Tidal Creatures (Alchemical Journeys book 3) by Seanan McGuire (book review)

The Impossible City exists just beyond everything. It is a place that isn’t a place. It is architecture that isn’t really, that is the centre of all things. People live there, breathing its air and walking its streets. Every night the Moon shines down upon them but the Moon only shines down on real places so it is the Moon that shines on the Impossible City.

Judy agreed to share her human form with the goddess Chang’e when she was a child. It hasn’t interfered with graduate school or anything else she wants to do. In exchange, she gets to be a fragment of the Moon and see a wholly different part of the world. She has a plan. Everything is organised. The new avatar of the goddess Aske bleeding silver onto the path to the Impossible City does not fit that plan.

Kelpie is happy enough being an alchemical lab assistant. The lab accident that had taken her memory and left her skin orange and her feet hooves means she has to live in the lab but that’s okay. Margaret is always telling her that she’ll get better eventually. Then the Alchemical Council sent an auditor and closed down the project. Margaret was liquidated. Literally. Because Margaret had been lying. There was no lab accident. Kelpie was built out of spare parts to lure in Artemis to capture a part of the Moon.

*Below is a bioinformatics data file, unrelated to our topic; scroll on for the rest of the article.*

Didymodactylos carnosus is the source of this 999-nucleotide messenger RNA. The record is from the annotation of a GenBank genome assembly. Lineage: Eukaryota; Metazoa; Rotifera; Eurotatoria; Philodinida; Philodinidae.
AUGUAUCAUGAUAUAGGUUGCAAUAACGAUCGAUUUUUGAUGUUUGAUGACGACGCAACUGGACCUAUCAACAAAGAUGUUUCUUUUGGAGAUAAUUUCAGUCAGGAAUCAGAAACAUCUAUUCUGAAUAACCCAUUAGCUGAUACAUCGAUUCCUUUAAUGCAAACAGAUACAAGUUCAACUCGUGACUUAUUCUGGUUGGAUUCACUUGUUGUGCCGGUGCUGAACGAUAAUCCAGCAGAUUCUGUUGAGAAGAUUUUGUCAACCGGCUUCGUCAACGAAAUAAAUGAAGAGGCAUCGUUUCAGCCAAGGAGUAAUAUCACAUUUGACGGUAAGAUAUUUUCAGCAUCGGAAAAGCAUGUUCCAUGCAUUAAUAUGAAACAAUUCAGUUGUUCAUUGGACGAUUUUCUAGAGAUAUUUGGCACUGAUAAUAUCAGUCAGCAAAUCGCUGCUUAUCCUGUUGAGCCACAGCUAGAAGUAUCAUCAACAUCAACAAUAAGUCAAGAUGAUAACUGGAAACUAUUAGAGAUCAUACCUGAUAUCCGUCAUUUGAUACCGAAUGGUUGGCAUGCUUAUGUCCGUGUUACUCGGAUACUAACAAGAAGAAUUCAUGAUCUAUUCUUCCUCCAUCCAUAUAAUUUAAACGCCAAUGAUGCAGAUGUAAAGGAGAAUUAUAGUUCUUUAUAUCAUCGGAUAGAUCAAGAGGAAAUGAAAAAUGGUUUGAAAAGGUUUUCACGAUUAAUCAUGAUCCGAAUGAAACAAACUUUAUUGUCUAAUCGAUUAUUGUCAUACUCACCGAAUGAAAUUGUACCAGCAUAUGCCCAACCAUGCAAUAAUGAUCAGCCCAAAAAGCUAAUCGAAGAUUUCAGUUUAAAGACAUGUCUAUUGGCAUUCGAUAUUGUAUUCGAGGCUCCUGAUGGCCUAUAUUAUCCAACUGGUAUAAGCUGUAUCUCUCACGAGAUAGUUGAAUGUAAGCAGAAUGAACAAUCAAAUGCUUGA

Seanan McGuire has again brought us a wonderful tangle of a world and of world views. Natural forces are personified and alchemists build wonders out of horrors. The cosmic workings of the world are potentially malleable by human belief and ingenuity and its a race to control everything. A wonderful twist on the good versus evil theme. Still black and white but with a sprinkling of human confused flailing that brings the ultimate cosmic forces down to an approachable level.

‘Tidal Creatures’ suffers from having a complicated world with interlinking characters. At times the recap of other characters’ storylines got very repetitive and the whole personification of natural forces ‘thing’ was really explained to death.

I liked Kelpie and Chang’e/Judy. I wish they had been the focal point of the plotline the way Henry and Melanie are in book 2, ‘Seasonal Fears’. Henry and Melanie got to be their own heroes with the two higher order personifications relegated to a cameo appearance. Now, in book 3, these personifications are actual characters that can literally shape reality and that’s a bit of a game ending move which made for a rather anticlimactic ending. Kind of like what happens in real life I suppose, which is doubly sad when finishing another alchemical fairy tale.

Read it for the world and the vibes. Not necessarily the plot, though I have hopes that reading the completed series will link everything together in a satisfying way if I skip the ‘previously on’ paragraphs.

If you liked the other two books in the ‘Alchemical Journeys’ series you’ll like this one. It doesn’t stray from the established style or path. If you liked McGuire’s ‘Wayward Children’ series you might want to try this series out as well.

LK Richardson

June 2024

pub: TORdotcom, 2024. 464 page hardback. Price: 29.99 (US). ISBN: 978-1-2503-335-1

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